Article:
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The Roses Awards celebrate the creativity and talent of creatives working outside London.

This year’s jury, chaired by Richard Denney, executive creative director of St Luke’s
includes industry experts from Vine Creative, Msarscott, Dyson, Wunderman Thompson, Harris Tweed Hebrides, Guinness World Records, ACNE London, Kindred, Beehive, Stand, Emperor and Fever PR.

The deadline for entering the awards has passed but you can still enter by applying for an extension. In the meantime, find out more about some of our outstanding judges below.

Vine Creative

Nene Parsotam

creative cirector

With over 17 years’ experience working within the advertising and design industry, Partsotam is a creative director specializing in idea conception, digital campaign idea generation, art direction and UI design. She has had a very varied career, having worked in some of the top global ad agencies, including Ogilvy, Inferno, MC Saatchi, JWT, Wunderman, Digitas LBI, Publicis, Adam & EveDDB and BBDO. Still working alongside agencies, Partsotam now runs VINE Creatives and also co-founder of WeAreStripes, a career progression initiative for creating opportunities for ethnic diverse talent covering sectors including advertising, visual effects and animation, gaming social and digital.


While there will be a suite of work which is relevant to the Covid situation, it would be great to see work that reminds us why we work in and love this industry. So work that is playful, fun, thoughtful, enlightening and most of all, inspiring. Both types of creativity should be celebrated and rewarded. This will show emerging talent how to adjust and adapt to and to global situations as they unfold, using their creativity and uniqueness to continue to tell both theirs and their brands' stories.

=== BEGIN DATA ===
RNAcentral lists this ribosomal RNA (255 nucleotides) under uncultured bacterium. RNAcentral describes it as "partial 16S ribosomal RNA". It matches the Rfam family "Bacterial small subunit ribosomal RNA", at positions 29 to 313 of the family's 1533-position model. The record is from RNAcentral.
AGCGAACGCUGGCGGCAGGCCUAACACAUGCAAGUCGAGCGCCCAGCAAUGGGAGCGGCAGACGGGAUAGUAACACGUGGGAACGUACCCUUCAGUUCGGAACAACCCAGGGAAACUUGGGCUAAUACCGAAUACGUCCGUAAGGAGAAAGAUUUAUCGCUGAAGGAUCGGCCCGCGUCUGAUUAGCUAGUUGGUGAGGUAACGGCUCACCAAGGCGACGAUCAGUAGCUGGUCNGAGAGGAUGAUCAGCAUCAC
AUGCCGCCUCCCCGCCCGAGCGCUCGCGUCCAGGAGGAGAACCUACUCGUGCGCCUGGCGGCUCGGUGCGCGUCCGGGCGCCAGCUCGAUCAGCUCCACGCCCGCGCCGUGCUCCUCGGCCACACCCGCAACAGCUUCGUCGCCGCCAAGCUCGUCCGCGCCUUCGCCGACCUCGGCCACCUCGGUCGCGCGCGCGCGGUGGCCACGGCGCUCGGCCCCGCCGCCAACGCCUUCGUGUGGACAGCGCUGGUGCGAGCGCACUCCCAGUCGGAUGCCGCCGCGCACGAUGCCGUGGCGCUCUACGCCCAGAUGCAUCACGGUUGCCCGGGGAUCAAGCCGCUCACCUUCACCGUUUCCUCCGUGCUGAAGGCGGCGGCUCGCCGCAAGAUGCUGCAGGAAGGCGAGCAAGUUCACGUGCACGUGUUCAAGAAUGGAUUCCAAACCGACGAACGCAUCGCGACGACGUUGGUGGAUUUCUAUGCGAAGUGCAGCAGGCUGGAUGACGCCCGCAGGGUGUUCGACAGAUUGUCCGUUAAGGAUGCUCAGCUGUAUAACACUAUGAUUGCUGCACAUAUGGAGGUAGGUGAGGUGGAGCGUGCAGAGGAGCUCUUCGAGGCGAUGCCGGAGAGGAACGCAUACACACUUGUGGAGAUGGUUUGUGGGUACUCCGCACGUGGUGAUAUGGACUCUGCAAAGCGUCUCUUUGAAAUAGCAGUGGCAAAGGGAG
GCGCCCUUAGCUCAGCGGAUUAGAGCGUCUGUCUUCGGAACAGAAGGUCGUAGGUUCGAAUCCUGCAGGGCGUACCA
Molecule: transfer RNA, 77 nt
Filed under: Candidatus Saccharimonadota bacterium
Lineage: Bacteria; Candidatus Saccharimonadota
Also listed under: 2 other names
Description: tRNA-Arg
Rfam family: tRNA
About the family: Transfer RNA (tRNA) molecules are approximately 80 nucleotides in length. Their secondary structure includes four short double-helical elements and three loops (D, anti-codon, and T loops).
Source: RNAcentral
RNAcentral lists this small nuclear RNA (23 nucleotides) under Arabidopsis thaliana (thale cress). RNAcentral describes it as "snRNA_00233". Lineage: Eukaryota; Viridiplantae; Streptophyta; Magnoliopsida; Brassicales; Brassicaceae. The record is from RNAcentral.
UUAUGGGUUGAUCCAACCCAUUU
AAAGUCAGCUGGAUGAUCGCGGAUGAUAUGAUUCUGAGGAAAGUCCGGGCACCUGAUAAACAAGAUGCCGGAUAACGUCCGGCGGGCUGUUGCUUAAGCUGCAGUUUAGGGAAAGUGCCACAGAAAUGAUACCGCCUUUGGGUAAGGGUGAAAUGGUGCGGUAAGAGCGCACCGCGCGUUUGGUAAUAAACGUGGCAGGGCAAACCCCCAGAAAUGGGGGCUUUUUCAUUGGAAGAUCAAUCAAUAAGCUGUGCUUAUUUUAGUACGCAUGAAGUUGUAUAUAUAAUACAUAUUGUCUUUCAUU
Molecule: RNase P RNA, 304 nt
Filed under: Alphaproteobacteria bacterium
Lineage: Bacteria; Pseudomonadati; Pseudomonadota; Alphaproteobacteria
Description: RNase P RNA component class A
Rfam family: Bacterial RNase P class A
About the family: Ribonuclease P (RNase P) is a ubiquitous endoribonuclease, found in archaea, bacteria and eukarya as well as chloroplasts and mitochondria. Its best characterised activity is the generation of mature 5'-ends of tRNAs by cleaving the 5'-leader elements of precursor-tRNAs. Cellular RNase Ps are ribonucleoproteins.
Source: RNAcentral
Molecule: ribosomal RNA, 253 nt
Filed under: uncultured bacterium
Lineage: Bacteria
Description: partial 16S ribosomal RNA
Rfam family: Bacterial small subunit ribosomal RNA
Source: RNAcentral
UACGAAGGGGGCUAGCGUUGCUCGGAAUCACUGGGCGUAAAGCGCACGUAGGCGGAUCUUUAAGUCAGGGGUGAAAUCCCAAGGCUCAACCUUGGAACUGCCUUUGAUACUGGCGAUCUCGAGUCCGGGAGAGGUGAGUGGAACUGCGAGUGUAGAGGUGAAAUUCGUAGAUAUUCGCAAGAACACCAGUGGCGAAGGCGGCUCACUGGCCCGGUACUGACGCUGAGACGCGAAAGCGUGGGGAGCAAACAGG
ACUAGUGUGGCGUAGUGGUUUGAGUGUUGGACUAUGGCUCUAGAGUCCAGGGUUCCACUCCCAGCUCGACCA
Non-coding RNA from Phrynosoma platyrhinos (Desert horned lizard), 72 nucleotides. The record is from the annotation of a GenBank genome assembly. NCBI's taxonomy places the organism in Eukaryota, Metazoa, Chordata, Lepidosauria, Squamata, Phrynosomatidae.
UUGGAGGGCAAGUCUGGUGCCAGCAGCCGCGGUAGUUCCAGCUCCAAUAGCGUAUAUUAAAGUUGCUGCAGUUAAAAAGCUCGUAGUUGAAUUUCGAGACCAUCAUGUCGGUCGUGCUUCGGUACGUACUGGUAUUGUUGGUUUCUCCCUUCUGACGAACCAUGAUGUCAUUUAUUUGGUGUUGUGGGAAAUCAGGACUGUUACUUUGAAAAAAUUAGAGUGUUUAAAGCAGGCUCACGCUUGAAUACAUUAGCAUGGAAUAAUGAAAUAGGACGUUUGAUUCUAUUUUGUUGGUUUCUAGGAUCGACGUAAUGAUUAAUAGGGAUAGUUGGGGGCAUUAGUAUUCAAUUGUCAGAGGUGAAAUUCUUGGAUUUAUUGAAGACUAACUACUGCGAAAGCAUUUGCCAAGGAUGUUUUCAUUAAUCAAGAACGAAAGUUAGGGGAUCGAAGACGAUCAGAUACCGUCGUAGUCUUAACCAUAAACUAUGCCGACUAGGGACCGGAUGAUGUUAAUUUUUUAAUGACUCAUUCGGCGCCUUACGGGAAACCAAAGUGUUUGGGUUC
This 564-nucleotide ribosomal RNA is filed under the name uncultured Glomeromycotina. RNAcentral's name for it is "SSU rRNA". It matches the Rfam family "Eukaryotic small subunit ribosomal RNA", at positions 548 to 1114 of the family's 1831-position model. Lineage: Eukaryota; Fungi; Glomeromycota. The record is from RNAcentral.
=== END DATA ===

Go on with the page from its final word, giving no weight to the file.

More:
Jo Arscott

global creative consultant

Arscott is a globally experienced executive creative director. She has worked for agencies in the world’s leading networks including Saatchi & Saatchi, Momentum Worldwide and JWT; and on the world’s leading brands including Coca-Cola and P&G. Her consumers being everything from a Naascar fan in Middle America to a mom in the Iraqi war zone. Back in the UK, Arscott consults and mentors globally. She has also won industry awards across the board and advertising accolades including The Dots, ‘Female Trailblazer’ and Design Magazine, ‘Remarkable Women.’ Just as importantly, Arscott is a diversity advocate and was recently a guest panelist for WPP Roots UK on ‘Structural Racism in Creative Industries.’


London is fabulous. But it’s blind. There is SO much talent across the UK. There is so much DIVERSE talent. Creatives from different regions with different consumers and different barriers. And that makes them GREAT. I can’t wait to see the diverse, exciting ideas approaching my home desk. I’m lucky to see. We should – and will all see. The Drum Roses makes sure of that.


Andrew Holden

creative director NPI creative

Starting off in a small provincial digital agency, Holden has now worked for over 25 years in digital design for agencies and in-house teams. In that time he has headed up local and global digital accounts and campaigns (for brands like Martini, Madame Tussauds, Historic Royal Palaces, Universal Music, Natural History Museum, PepsiCo, Omega and Citroen) and now leads the NPI creative team at Dyson - responsible for designing ‘On-product’ and ‘Connected’ user experiences across all its current and future categories and products.